The more trust in Tesla from the automotive industry or stock market, the more money the company will have available to invest.
These are economies of scale. If a company is producing a small number of specialised autos, each car will be very expensive. If the company has more money, it can construct more sophisticated automated factories and build cars for less.
Without Tesla, the big companies like Ford and GM may have never invested in bringing their own EVs to market, and now Chevrolet has the Bolt EV and Ford has the Focus Electric. Elon Musk’s vision is to thrive by showing that sustainability is compatible with successful business. For that reason alone, Tesla is a significant company now, and shows that when a company or person brings a real – and appealing – innovation to market, they not only have an influence on the market, but they can also have a positive effect on society. Let’s ensure that standardisation and regulation is enabling and supporting the transition to this new world.

Voting for change
Those who voted in favour of Brexit and elected Trump, did so in protest against the status quo challenging the establishment, not necessarily to disarm the renewable energy agenda.
This did not apply for the elections in the Netherlands and France. This political phenomenon, ultimately, will have nothing to do with the sustainability agenda, it is simply “one in the eye”.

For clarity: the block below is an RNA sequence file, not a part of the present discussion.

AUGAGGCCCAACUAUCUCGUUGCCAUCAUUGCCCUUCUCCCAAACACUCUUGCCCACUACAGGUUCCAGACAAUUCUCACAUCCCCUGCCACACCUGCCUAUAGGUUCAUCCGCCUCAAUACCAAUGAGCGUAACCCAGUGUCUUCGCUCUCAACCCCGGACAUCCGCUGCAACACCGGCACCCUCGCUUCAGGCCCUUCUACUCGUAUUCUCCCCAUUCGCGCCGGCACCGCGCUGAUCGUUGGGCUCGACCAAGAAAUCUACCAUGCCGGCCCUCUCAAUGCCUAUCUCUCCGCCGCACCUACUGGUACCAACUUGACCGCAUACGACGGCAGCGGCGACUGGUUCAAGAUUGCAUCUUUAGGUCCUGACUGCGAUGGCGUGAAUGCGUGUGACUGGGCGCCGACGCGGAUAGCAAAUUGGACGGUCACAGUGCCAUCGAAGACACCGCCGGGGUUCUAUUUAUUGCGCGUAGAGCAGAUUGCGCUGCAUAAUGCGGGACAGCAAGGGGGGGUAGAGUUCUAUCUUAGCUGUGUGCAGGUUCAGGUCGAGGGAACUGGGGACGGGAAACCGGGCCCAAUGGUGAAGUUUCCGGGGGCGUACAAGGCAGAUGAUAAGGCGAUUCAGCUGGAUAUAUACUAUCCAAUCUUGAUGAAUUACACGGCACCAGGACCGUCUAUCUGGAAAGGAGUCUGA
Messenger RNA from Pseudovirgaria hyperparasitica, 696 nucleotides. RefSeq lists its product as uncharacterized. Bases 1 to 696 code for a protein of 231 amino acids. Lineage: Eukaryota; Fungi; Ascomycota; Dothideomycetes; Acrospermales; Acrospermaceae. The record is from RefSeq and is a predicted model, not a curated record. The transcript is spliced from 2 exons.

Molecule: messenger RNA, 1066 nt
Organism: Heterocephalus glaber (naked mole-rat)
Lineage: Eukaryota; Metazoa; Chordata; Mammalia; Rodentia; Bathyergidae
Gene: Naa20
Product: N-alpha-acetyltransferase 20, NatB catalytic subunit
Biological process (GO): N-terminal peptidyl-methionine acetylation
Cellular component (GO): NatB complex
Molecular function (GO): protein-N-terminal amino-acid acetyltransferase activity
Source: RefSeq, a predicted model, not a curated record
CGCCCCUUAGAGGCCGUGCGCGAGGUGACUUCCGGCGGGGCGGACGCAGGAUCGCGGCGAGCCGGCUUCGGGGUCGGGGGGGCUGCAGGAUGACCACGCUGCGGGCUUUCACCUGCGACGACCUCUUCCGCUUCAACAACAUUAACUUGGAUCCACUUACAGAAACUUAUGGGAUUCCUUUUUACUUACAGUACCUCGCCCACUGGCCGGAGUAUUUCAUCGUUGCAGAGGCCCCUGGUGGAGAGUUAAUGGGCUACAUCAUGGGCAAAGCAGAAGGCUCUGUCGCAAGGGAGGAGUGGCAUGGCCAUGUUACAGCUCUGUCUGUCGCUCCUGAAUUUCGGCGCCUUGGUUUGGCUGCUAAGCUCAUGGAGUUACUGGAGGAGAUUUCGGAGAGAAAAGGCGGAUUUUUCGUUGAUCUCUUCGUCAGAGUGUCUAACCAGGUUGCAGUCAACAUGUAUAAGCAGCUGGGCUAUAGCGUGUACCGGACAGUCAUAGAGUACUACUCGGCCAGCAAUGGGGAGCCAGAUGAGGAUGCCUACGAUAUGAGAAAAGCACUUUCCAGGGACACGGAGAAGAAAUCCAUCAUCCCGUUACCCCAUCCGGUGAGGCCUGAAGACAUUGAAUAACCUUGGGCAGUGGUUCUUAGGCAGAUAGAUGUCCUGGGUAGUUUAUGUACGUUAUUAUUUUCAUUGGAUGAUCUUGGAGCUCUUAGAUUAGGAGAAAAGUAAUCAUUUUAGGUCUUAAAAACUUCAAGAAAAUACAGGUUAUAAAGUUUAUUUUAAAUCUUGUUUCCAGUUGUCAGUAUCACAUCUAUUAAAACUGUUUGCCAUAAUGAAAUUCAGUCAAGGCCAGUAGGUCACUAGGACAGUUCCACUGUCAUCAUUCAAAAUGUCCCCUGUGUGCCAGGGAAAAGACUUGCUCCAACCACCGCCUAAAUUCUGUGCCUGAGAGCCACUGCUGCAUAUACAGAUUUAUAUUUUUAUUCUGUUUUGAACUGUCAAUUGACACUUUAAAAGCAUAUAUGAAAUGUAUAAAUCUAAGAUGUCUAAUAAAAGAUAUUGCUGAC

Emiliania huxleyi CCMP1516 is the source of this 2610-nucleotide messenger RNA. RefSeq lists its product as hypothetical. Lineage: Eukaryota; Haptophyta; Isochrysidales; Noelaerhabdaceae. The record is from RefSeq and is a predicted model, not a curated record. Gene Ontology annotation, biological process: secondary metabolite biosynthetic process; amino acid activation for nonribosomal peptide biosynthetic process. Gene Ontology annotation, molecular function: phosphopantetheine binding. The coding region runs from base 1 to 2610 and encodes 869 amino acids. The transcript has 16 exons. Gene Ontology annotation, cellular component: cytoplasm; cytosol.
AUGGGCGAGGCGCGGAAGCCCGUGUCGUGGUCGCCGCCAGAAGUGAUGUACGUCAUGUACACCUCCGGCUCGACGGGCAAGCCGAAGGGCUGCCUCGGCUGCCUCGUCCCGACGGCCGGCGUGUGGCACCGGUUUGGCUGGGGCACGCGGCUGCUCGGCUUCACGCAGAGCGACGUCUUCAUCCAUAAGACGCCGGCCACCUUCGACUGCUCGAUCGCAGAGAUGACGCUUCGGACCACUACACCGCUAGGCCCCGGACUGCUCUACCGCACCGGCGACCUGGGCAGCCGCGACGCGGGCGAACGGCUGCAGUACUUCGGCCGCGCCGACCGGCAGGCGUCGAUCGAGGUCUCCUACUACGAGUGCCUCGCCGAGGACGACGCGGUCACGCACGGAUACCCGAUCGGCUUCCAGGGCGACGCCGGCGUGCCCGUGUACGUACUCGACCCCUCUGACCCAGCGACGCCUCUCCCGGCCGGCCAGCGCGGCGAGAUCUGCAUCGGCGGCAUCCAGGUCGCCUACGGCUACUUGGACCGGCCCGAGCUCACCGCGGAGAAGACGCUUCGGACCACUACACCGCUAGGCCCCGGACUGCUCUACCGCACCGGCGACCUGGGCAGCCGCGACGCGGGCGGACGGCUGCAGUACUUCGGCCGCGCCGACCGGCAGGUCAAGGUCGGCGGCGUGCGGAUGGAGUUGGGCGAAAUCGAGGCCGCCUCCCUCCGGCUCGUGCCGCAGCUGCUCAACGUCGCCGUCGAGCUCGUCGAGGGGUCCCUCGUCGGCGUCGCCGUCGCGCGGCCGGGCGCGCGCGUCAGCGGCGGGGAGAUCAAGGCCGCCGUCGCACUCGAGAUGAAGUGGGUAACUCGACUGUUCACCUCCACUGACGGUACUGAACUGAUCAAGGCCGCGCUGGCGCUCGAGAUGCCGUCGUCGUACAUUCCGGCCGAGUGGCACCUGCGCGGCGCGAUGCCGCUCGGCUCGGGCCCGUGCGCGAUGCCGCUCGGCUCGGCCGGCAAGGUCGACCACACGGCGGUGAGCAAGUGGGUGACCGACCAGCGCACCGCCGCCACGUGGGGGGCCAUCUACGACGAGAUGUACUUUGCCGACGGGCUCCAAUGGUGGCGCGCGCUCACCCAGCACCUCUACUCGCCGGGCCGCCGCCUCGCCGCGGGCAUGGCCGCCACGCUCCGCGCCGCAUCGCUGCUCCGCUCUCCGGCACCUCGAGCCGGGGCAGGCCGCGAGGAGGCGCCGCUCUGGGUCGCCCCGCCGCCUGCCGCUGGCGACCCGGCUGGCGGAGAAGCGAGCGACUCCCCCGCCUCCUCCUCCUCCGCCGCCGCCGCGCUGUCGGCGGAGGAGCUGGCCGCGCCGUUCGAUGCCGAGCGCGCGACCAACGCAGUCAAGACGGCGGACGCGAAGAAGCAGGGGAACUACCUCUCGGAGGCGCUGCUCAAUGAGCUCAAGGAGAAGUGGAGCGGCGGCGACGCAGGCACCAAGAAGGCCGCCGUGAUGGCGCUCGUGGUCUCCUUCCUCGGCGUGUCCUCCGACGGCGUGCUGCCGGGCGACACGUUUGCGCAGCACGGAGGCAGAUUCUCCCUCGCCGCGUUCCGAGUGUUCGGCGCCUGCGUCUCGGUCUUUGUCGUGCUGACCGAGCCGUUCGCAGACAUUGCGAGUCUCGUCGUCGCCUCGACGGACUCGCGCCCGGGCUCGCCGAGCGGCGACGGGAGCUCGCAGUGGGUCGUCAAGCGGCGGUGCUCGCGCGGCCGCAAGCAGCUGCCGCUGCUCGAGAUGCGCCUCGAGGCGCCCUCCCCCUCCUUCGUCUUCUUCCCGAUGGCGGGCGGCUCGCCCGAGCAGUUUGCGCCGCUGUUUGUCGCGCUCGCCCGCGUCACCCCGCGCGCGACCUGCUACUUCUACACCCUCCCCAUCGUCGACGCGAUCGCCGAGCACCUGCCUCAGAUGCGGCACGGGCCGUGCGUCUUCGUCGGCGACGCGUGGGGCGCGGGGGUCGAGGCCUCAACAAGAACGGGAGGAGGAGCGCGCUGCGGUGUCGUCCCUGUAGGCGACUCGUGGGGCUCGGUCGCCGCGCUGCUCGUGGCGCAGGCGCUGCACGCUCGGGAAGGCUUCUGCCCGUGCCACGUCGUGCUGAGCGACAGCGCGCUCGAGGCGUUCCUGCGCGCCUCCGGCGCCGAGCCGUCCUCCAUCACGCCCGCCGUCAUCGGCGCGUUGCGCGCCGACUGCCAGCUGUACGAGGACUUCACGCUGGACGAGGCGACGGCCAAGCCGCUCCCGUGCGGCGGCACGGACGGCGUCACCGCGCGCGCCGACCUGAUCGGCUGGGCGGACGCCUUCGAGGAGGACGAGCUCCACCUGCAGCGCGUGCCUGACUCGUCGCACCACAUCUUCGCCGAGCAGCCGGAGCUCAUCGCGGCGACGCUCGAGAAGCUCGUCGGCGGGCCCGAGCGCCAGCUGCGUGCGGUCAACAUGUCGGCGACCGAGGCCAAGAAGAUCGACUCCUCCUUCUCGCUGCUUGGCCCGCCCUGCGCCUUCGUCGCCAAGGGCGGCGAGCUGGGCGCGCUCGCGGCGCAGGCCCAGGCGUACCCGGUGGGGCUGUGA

More important, the question is whether we jointly believe in the necessity of an international and cross-sector energy transition.
Indisputably, a change is needed in the way we use our resources – what we take out of the soil, the air we breathe, and the way we deal with resources such as drinking water. We see exciting initiatives on local and national level. This should be encouraged: politicians and entrepreneurs alike should support local initiatives for energy transition because it works best there – in community energy or even community resource initiatives.
The race to be the country with the most sustainable energy system has begun, but the winner is not decided yet. Countries and regions, metropoles, mega-cities and villages should try to become best practice examples for others, and ultimately set the benchmark for sustainability.